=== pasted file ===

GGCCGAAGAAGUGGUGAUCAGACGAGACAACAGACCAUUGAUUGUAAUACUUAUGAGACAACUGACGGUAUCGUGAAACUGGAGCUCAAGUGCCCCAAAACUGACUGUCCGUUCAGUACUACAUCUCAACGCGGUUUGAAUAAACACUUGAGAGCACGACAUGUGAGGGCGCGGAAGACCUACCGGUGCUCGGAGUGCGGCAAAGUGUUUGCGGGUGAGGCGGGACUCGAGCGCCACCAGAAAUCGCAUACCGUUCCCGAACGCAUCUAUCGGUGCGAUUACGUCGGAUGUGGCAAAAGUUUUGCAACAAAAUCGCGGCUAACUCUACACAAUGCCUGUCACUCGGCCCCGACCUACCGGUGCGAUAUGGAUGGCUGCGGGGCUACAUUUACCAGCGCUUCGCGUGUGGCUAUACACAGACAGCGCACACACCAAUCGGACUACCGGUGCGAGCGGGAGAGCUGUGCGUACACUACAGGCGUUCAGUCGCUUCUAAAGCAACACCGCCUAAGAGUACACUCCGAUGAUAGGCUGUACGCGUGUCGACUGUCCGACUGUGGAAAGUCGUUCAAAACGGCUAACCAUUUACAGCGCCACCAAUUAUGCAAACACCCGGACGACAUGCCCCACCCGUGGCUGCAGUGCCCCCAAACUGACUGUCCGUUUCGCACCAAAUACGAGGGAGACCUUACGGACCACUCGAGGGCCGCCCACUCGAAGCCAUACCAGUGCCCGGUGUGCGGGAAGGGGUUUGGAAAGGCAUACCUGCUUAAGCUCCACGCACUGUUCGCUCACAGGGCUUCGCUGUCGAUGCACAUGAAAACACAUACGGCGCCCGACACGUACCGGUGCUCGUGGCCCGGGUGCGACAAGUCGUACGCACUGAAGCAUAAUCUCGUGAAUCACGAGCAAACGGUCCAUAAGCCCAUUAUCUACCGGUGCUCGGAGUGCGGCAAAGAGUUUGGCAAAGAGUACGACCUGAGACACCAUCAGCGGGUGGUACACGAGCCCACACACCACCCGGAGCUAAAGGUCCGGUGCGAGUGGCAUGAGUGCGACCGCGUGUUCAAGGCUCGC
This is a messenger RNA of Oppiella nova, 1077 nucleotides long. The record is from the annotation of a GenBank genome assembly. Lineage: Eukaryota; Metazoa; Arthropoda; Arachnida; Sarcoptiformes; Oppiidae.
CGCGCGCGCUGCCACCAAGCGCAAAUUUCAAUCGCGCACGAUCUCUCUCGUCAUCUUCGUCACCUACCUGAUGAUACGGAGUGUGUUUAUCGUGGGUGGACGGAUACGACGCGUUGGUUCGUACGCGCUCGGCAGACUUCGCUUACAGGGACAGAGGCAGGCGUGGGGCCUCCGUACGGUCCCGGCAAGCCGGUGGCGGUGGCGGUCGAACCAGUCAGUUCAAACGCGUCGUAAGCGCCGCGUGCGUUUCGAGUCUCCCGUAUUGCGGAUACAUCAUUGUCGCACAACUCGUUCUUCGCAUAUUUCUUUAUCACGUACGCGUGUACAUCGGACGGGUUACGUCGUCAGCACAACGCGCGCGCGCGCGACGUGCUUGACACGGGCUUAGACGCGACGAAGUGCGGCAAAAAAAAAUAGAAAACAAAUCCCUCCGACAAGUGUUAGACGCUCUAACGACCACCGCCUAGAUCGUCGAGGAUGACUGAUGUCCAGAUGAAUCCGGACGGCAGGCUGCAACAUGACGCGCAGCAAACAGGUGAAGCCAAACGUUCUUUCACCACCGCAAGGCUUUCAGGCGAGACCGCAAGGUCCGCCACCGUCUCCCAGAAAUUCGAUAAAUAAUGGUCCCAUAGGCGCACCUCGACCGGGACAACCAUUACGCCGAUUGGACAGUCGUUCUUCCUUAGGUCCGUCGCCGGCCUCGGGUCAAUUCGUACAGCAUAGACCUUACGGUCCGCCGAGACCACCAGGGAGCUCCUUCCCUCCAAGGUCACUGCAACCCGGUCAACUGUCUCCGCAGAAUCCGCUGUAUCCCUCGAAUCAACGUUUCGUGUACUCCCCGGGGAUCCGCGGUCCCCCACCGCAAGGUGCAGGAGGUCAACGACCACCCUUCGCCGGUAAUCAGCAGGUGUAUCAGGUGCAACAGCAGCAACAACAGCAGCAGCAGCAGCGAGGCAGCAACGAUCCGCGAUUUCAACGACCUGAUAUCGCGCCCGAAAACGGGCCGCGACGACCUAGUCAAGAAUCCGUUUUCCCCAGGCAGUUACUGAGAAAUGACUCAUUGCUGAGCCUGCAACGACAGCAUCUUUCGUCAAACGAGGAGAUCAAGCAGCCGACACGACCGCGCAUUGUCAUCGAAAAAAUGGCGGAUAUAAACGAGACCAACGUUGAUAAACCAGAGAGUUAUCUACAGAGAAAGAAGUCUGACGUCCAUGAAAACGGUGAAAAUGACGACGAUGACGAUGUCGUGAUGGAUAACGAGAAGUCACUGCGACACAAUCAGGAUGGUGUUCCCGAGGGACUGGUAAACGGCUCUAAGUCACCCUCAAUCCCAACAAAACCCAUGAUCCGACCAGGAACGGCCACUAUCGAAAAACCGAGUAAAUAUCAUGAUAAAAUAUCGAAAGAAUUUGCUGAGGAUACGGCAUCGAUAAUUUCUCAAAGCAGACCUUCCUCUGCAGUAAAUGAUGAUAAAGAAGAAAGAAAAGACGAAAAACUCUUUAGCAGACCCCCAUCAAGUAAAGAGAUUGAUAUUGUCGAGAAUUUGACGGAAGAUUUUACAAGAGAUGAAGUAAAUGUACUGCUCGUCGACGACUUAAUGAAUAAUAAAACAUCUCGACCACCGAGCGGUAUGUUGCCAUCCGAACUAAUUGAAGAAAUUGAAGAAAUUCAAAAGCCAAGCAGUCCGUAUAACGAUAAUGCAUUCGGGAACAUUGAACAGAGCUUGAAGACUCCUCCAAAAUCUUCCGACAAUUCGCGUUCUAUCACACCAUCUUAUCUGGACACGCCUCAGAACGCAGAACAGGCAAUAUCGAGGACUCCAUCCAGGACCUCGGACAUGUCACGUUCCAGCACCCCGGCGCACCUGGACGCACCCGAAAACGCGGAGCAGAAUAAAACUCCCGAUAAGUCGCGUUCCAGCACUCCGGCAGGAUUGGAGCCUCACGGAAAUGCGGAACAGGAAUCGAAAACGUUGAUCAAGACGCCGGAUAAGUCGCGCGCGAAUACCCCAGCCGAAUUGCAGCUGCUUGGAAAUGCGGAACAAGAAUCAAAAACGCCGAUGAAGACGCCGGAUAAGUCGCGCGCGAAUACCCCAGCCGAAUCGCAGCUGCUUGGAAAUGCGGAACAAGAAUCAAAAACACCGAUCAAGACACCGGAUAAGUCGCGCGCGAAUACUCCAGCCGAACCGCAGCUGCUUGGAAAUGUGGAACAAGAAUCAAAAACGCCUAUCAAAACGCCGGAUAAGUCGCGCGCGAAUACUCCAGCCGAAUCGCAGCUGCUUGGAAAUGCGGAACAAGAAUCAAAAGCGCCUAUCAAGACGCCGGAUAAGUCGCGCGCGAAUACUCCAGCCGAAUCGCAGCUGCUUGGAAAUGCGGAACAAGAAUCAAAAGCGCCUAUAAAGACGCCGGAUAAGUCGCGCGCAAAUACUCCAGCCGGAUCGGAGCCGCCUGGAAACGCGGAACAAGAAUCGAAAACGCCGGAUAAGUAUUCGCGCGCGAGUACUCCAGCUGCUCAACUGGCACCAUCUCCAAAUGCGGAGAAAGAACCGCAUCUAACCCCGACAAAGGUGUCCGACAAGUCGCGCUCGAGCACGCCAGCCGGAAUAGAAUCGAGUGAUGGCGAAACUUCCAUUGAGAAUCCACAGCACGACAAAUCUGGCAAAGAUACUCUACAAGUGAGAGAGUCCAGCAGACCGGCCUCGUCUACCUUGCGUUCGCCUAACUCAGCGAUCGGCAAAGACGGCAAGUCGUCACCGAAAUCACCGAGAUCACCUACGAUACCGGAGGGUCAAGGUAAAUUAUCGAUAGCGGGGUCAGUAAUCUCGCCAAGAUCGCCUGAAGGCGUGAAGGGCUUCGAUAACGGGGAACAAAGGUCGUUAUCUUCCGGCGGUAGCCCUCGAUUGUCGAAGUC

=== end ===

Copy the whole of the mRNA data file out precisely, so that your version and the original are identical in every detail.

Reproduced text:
GGCCGAAGAAGUGGUGAUCAGACGAGACAACAGACCAUUGAUUGUAAUACUUAUGAGACAACUGACGGUAUCGUGAAACUGGAGCUCAAGUGCCCCAAAACUGACUGUCCGUUCAGUACUACAUCUCAACGCGGUUUGAAUAAACACUUGAGAGCACGACAUGUGAGGGCGCGGAAGACCUACCGGUGCUCGGAGUGCGGCAAAGUGUUUGCGGGUGAGGCGGGACUCGAGCGCCACCAGAAAUCGCAUACCGUUCCCGAACGCAUCUAUCGGUGCGAUUACGUCGGAUGUGGCAAAAGUUUUGCAACAAAAUCGCGGCUAACUCUACACAAUGCCUGUCACUCGGCCCCGACCUACCGGUGCGAUAUGGAUGGCUGCGGGGCUACAUUUACCAGCGCUUCGCGUGUGGCUAUACACAGACAGCGCACACACCAAUCGGACUACCGGUGCGAGCGGGAGAGCUGUGCGUACACUACAGGCGUUCAGUCGCUUCUAAAGCAACACCGCCUAAGAGUACACUCCGAUGAUAGGCUGUACGCGUGUCGACUGUCCGACUGUGGAAAGUCGUUCAAAACGGCUAACCAUUUACAGCGCCACCAAUUAUGCAAACACCCGGACGACAUGCCCCACCCGUGGCUGCAGUGCCCCCAAACUGACUGUCCGUUUCGCACCAAAUACGAGGGAGACCUUACGGACCACUCGAGGGCCGCCCACUCGAAGCCAUACCAGUGCCCGGUGUGCGGGAAGGGGUUUGGAAAGGCAUACCUGCUUAAGCUCCACGCACUGUUCGCUCACAGGGCUUCGCUGUCGAUGCACAUGAAAACACAUACGGCGCCCGACACGUACCGGUGCUCGUGGCCCGGGUGCGACAAGUCGUACGCACUGAAGCAUAAUCUCGUGAAUCACGAGCAAACGGUCCAUAAGCCCAUUAUCUACCGGUGCUCGGAGUGCGGCAAAGAGUUUGGCAAAGAGUACGACCUGAGACACCAUCAGCGGGUGGUACACGAGCCCACACACCACCCGGAGCUAAAGGUCCGGUGCGAGUGGCAUGAGUGCGACCGCGUGUUCAAGGCUCGC
This is a messenger RNA of Oppiella nova, 1077 nucleotides long. The record is from the annotation of a GenBank genome assembly. Lineage: Eukaryota; Metazoa; Arthropoda; Arachnida; Sarcoptiformes; Oppiidae.
CGCGCGCGCUGCCACCAAGCGCAAAUUUCAAUCGCGCACGAUCUCUCUCGUCAUCUUCGUCACCUACCUGAUGAUACGGAGUGUGUUUAUCGUGGGUGGACGGAUACGACGCGUUGGUUCGUACGCGCUCGGCAGACUUCGCUUACAGGGACAGAGGCAGGCGUGGGGCCUCCGUACGGUCCCGGCAAGCCGGUGGCGGUGGCGGUCGAACCAGUCAGUUCAAACGCGUCGUAAGCGCCGCGUGCGUUUCGAGUCUCCCGUAUUGCGGAUACAUCAUUGUCGCACAACUCGUUCUUCGCAUAUUUCUUUAUCACGUACGCGUGUACAUCGGACGGGUUACGUCGUCAGCACAACGCGCGCGCGCGCGACGUGCUUGACACGGGCUUAGACGCGACGAAGUGCGGCAAAAAAAAAUAGAAAACAAAUCCCUCCGACAAGUGUUAGACGCUCUAACGACCACCGCCUAGAUCGUCGAGGAUGACUGAUGUCCAGAUGAAUCCGGACGGCAGGCUGCAACAUGACGCGCAGCAAACAGGUGAAGCCAAACGUUCUUUCACCACCGCAAGGCUUUCAGGCGAGACCGCAAGGUCCGCCACCGUCUCCCAGAAAUUCGAUAAAUAAUGGUCCCAUAGGCGCACCUCGACCGGGACAACCAUUACGCCGAUUGGACAGUCGUUCUUCCUUAGGUCCGUCGCCGGCCUCGGGUCAAUUCGUACAGCAUAGACCUUACGGUCCGCCGAGACCACCAGGGAGCUCCUUCCCUCCAAGGUCACUGCAACCCGGUCAACUGUCUCCGCAGAAUCCGCUGUAUCCCUCGAAUCAACGUUUCGUGUACUCCCCGGGGAUCCGCGGUCCCCCACCGCAAGGUGCAGGAGGUCAACGACCACCCUUCGCCGGUAAUCAGCAGGUGUAUCAGGUGCAACAGCAGCAACAACAGCAGCAGCAGCAGCGAGGCAGCAACGAUCCGCGAUUUCAACGACCUGAUAUCGCGCCCGAAAACGGGCCGCGACGACCUAGUCAAGAAUCCGUUUUCCCCAGGCAGUUACUGAGAAAUGACUCAUUGCUGAGCCUGCAACGACAGCAUCUUUCGUCAAACGAGGAGAUCAAGCAGCCGACACGACCGCGCAUUGUCAUCGAAAAAAUGGCGGAUAUAAACGAGACCAACGUUGAUAAACCAGAGAGUUAUCUACAGAGAAAGAAGUCUGACGUCCAUGAAAACGGUGAAAAUGACGACGAUGACGAUGUCGUGAUGGAUAACGAGAAGUCACUGCGACACAAUCAGGAUGGUGUUCCCGAGGGACUGGUAAACGGCUCUAAGUCACCCUCAAUCCCAACAAAACCCAUGAUCCGACCAGGAACGGCCACUAUCGAAAAACCGAGUAAAUAUCAUGAUAAAAUAUCGAAAGAAUUUGCUGAGGAUACGGCAUCGAUAAUUUCUCAAAGCAGACCUUCCUCUGCAGUAAAUGAUGAUAAAGAAGAAAGAAAAGACGAAAAACUCUUUAGCAGACCCCCAUCAAGUAAAGAGAUUGAUAUUGUCGAGAAUUUGACGGAAGAUUUUACAAGAGAUGAAGUAAAUGUACUGCUCGUCGACGACUUAAUGAAUAAUAAAACAUCUCGACCACCGAGCGGUAUGUUGCCAUCCGAACUAAUUGAAGAAAUUGAAGAAAUUCAAAAGCCAAGCAGUCCGUAUAACGAUAAUGCAUUCGGGAACAUUGAACAGAGCUUGAAGACUCCUCCAAAAUCUUCCGACAAUUCGCGUUCUAUCACACCAUCUUAUCUGGACACGCCUCAGAACGCAGAACAGGCAAUAUCGAGGACUCCAUCCAGGACCUCGGACAUGUCACGUUCCAGCACCCCGGCGCACCUGGACGCACCCGAAAACGCGGAGCAGAAUAAAACUCCCGAUAAGUCGCGUUCCAGCACUCCGGCAGGAUUGGAGCCUCACGGAAAUGCGGAACAGGAAUCGAAAACGUUGAUCAAGACGCCGGAUAAGUCGCGCGCGAAUACCCCAGCCGAAUUGCAGCUGCUUGGAAAUGCGGAACAAGAAUCAAAAACGCCGAUGAAGACGCCGGAUAAGUCGCGCGCGAAUACCCCAGCCGAAUCGCAGCUGCUUGGAAAUGCGGAACAAGAAUCAAAAACACCGAUCAAGACACCGGAUAAGUCGCGCGCGAAUACUCCAGCCGAACCGCAGCUGCUUGGAAAUGUGGAACAAGAAUCAAAAACGCCUAUCAAAACGCCGGAUAAGUCGCGCGCGAAUACUCCAGCCGAAUCGCAGCUGCUUGGAAAUGCGGAACAAGAAUCAAAAGCGCCUAUCAAGACGCCGGAUAAGUCGCGCGCGAAUACUCCAGCCGAAUCGCAGCUGCUUGGAAAUGCGGAACAAGAAUCAAAAGCGCCUAUAAAGACGCCGGAUAAGUCGCGCGCAAAUACUCCAGCCGGAUCGGAGCCGCCUGGAAACGCGGAACAAGAAUCGAAAACGCCGGAUAAGUAUUCGCGCGCGAGUACUCCAGCUGCUCAACUGGCACCAUCUCCAAAUGCGGAGAAAGAACCGCAUCUAACCCCGACAAAGGUGUCCGACAAGUCGCGCUCGAGCACGCCAGCCGGAAUAGAAUCGAGUGAUGGCGAAACUUCCAUUGAGAAUCCACAGCACGACAAAUCUGGCAAAGAUACUCUACAAGUGAGAGAGUCCAGCAGACCGGCCUCGUCUACCUUGCGUUCGCCUAACUCAGCGAUCGGCAAAGACGGCAAGUCGUCACCGAAAUCACCGAGAUCACCUACGAUACCGGAGGGUCAAGGUAAAUUAUCGAUAGCGGGGUCAGUAAUCUCGCCAAGAUCGCCUGAAGGCGUGAAGGGCUUCGAUAACGGGGAACAAAGGUCGUUAUCUUCCGGCGGUAGCCCUCGAUUGUCGAAGUC